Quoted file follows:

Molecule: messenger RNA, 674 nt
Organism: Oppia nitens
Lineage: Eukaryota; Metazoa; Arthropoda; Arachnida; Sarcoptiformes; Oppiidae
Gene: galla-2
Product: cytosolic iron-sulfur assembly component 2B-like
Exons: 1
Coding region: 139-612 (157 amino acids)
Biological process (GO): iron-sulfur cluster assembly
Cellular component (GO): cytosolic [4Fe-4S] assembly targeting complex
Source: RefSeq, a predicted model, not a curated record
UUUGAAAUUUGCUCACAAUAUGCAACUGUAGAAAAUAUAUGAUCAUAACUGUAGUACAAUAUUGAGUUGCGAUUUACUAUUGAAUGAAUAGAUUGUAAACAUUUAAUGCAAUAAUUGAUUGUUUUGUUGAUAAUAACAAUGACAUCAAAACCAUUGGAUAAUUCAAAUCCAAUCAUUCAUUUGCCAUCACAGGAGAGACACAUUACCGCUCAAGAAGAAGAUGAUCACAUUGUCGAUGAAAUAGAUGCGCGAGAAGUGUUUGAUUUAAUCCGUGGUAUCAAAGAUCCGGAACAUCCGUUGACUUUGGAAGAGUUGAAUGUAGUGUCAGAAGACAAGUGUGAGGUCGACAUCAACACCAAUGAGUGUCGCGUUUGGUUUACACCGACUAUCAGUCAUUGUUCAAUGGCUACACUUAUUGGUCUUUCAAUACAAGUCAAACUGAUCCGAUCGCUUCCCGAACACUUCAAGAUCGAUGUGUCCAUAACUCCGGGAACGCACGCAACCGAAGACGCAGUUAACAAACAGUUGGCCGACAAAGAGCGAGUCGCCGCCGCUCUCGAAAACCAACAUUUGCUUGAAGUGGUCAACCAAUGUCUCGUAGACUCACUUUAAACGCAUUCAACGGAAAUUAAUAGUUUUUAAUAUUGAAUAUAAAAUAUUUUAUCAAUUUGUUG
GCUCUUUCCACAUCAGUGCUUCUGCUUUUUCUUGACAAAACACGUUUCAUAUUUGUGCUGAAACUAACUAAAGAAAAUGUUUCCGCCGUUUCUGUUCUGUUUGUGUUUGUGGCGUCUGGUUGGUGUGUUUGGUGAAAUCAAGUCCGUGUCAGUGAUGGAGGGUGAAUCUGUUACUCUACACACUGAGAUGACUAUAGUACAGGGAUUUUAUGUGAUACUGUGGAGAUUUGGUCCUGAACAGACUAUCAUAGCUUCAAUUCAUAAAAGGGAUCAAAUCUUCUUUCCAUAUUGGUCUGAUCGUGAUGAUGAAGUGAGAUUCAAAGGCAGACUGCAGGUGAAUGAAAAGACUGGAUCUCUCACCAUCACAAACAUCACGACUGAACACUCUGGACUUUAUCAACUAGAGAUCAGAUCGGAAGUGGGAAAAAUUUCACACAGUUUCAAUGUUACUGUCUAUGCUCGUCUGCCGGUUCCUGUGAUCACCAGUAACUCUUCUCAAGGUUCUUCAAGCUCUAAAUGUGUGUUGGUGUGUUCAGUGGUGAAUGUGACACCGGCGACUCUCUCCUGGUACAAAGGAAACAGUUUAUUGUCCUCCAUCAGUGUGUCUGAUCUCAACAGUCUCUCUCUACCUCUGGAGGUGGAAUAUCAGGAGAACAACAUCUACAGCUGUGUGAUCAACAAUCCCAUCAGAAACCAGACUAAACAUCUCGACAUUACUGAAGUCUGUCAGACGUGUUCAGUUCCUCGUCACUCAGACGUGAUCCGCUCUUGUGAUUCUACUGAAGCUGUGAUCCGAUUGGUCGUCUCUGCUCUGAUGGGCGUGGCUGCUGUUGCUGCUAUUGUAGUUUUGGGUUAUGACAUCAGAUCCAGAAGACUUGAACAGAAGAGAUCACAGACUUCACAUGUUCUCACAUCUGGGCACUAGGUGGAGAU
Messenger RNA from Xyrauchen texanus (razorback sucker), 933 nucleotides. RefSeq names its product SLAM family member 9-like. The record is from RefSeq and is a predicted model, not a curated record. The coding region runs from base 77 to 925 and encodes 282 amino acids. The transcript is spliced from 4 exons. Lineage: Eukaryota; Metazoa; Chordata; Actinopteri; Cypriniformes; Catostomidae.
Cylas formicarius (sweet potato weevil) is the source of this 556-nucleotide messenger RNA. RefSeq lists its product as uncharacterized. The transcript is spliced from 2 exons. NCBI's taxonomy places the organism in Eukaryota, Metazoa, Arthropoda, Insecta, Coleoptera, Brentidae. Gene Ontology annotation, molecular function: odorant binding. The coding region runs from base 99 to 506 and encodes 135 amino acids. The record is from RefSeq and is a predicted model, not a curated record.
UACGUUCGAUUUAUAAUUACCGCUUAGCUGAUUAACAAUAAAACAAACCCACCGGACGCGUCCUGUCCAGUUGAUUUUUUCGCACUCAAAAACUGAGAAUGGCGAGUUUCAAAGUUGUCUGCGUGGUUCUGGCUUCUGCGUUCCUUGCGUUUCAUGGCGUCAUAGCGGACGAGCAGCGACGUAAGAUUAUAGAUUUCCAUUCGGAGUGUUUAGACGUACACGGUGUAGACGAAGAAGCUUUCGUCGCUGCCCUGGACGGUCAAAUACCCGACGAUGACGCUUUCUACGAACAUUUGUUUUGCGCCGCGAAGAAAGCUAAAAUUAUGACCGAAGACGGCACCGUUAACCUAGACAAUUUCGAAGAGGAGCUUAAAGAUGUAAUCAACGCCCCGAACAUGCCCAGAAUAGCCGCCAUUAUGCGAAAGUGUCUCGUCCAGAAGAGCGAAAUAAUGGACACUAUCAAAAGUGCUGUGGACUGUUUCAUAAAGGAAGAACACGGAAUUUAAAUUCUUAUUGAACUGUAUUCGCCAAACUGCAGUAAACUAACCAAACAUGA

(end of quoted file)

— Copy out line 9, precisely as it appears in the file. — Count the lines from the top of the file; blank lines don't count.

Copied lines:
Cellular component (GO): cytosolic [4Fe-4S] assembly targeting complex